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(f4) Rights of aliens in the United States. (f5) International arbitrations, including mixed claims commission.14 (f6) Interpretation of treaties.

14 See Thorpe, Preparation of International Claims, West Pub. Co., 1924, chap. XV, and International Law Chiefly as Interpreted and Applied by the United States, by Charles Cheney Hyde.

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PART III

DEPARTMENT OF THE TREASURY

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THORPE DEPT.PRAC.

CHAPTER 4

THE DEPARTMENT IN GENERAL 1. Mission

The Department of the Treasury has the management of the national finances; control over the construction and maintenance of public buildings, and the coinage and printing of money; the administration of the Coast Guard and Public Health Service; and the enforcement of the National Prohibition Act.

2. History

The forerunners of the Treasury Department as it now exists were a Superintendent of Finance, created during the Revolutionary War, and a subsequent Board of the Treasury.

Robert Morris was the first and only Superintendent of Finance, serving from 1781 to 1784. Upon his resignation, a Board of the Treasury consisting of three members was appointed. This Board handled the finances of the government until Alexander Hamilton assumed the newly created office of Secretary of the Treasury in 1789.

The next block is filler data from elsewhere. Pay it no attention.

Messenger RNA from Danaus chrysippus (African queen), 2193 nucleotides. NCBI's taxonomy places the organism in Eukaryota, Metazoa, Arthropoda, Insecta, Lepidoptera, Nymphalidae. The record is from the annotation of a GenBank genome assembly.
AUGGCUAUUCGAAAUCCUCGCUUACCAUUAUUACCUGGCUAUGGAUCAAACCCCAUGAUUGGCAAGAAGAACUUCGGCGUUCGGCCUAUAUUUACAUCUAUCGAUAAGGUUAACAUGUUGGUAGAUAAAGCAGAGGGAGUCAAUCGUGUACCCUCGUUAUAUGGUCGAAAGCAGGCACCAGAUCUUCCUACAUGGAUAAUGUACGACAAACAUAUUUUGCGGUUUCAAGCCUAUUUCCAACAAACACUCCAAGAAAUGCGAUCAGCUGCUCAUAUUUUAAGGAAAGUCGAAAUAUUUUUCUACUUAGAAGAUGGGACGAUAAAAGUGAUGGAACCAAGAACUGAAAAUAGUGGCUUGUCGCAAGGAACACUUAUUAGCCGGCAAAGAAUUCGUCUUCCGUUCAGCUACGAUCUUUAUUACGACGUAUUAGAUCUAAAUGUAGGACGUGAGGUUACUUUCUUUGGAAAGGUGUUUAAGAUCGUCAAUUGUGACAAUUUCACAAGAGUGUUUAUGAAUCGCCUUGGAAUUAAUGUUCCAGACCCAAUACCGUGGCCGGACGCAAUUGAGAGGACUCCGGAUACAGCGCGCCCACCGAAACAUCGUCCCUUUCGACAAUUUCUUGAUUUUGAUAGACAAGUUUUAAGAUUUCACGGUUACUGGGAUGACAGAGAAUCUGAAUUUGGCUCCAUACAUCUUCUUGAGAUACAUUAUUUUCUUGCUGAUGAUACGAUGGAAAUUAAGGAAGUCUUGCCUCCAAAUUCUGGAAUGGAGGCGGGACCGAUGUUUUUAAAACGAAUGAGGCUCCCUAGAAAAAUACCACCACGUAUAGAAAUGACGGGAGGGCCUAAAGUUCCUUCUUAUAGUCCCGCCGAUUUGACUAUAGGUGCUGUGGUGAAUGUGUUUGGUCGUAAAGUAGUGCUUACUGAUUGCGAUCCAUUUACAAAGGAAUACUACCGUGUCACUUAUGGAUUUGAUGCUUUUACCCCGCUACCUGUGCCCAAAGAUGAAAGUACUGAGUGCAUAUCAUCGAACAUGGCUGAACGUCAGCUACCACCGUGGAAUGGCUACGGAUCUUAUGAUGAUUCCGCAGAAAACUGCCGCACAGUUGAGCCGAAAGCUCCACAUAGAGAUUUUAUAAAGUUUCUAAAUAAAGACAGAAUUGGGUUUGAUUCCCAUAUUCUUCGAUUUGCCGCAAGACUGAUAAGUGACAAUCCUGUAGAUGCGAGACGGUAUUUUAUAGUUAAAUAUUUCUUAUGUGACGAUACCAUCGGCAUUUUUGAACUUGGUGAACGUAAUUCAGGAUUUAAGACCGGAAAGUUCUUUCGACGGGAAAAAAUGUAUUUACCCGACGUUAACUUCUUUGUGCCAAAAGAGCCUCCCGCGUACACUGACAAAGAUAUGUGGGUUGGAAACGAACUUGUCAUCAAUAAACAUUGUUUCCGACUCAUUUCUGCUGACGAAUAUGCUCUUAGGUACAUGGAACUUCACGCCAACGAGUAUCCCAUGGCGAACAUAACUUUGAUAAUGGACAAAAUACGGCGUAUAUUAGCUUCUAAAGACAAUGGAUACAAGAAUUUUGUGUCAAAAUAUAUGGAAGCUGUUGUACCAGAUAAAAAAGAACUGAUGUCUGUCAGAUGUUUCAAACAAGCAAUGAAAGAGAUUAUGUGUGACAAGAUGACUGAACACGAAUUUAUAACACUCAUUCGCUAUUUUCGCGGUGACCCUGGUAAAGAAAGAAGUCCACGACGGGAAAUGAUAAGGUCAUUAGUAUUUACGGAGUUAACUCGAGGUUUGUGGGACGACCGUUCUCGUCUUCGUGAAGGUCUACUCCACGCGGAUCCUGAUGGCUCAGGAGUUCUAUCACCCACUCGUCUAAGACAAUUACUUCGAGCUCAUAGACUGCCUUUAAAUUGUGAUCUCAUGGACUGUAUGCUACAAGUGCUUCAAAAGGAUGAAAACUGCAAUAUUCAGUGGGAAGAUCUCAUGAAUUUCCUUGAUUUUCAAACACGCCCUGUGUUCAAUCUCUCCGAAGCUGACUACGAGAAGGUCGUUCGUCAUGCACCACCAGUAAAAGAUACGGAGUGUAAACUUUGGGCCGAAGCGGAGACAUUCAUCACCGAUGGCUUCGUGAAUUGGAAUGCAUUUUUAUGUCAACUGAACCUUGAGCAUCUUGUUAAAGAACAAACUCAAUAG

The act creating the Treasury Department in 17891 made it the duty of the Secretary to prepare a report and estimates of public revenue and public expenditures and make a report and give information to Congress or either branch thereof in person or in writing, as required, respecting all matters referred to him by the Senate or House, which appertain to his office.

Alexander Hamilton made no annual report, but submitted papers on the Public Unit, National Bank, Manufactures, and the Establishments of a Mint. However, Wolcott, who succeeded Hamilton, made two reports on the receipts and expenditures of the government, one to the Committee on Ways and Means, April 27, 1798, and the other to the House of Representatives, February 21, 1800.

By the Act of May 10, 1800,it was made the duty of the Secretary of the Treasury to prepare and lay before Congress at the commencement of every session a report on the subject of finance, to contain estimates of public revenue and public expenditures. The first regular annual report is that of Secretary Gallatin in 1801.

When the Treasury Department was established, the duties of the Auditor were laid down in the first section of the act. When the Second, Third, Fourth, and Fifth Auditors in the Treasury Department were created, the Auditor for the Treasury was given the title of First Auditor, and was made subject to the First Comptroller.3 The First Auditor became Auditor for the Treasury Department by the Act of July 31, 1894,4 and his duties were restricted to the settlement of accounts pertaining to the Treasury Department; the Second Auditor by the Act of March 3, 1817,3 was the Auditor for the War Department; the

1 Act Sept. 2, 1789 (1 Stat 65). 2 2 Stat. 79 (Comp. St. $$ 386, 6732). 83 Stat. 366. 428 Stat. 170.

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